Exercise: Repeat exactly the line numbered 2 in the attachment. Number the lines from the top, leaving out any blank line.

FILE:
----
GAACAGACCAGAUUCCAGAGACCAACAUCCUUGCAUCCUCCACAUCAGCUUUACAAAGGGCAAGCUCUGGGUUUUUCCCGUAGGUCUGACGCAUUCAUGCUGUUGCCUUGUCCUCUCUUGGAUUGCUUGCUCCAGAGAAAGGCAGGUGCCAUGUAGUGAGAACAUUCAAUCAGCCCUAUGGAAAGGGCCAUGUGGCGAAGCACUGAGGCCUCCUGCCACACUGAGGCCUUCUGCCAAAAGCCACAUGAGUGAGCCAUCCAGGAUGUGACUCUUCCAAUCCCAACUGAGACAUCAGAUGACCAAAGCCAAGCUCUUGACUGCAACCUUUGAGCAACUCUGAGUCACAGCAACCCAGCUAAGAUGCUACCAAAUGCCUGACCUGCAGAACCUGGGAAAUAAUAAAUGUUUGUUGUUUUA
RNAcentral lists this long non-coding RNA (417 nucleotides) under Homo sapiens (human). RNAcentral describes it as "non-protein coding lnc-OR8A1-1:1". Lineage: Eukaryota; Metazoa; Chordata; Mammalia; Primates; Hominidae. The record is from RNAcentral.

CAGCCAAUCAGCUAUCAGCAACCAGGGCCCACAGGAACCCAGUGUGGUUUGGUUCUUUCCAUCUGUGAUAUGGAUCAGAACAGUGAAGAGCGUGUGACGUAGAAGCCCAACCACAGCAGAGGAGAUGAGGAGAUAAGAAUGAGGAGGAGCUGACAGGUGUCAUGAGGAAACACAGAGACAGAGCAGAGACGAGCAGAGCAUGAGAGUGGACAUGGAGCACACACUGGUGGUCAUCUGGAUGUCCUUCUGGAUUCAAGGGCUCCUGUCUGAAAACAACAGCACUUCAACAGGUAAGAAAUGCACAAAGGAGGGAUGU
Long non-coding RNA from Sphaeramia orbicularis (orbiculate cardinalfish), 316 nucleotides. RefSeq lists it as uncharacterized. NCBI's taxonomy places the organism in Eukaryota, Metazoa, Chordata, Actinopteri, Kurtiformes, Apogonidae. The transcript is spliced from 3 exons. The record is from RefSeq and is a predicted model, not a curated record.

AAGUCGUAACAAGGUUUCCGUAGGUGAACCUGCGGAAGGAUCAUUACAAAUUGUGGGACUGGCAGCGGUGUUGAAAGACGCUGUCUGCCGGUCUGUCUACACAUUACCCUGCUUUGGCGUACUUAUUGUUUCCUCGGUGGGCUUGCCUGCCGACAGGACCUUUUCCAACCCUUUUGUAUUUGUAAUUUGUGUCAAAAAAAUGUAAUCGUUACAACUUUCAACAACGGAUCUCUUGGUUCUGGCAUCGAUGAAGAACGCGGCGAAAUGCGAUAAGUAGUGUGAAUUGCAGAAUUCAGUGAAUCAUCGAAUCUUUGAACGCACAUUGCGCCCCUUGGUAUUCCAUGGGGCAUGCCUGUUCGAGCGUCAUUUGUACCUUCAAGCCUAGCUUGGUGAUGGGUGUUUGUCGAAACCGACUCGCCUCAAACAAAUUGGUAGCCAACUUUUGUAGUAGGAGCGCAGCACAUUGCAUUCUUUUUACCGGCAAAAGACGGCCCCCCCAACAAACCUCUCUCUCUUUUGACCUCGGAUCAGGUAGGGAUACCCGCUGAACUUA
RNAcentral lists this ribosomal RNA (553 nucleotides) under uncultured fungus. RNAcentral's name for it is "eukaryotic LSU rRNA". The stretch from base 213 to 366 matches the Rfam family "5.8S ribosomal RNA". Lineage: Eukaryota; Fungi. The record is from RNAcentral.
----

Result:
RNAcentral lists this long non-coding RNA (417 nucleotides) under Homo sapiens (human). RNAcentral describes it as "non-protein coding lnc-OR8A1-1:1". Lineage: Eukaryota; Metazoa; Chordata; Mammalia; Primates; Hominidae. The record is from RNAcentral.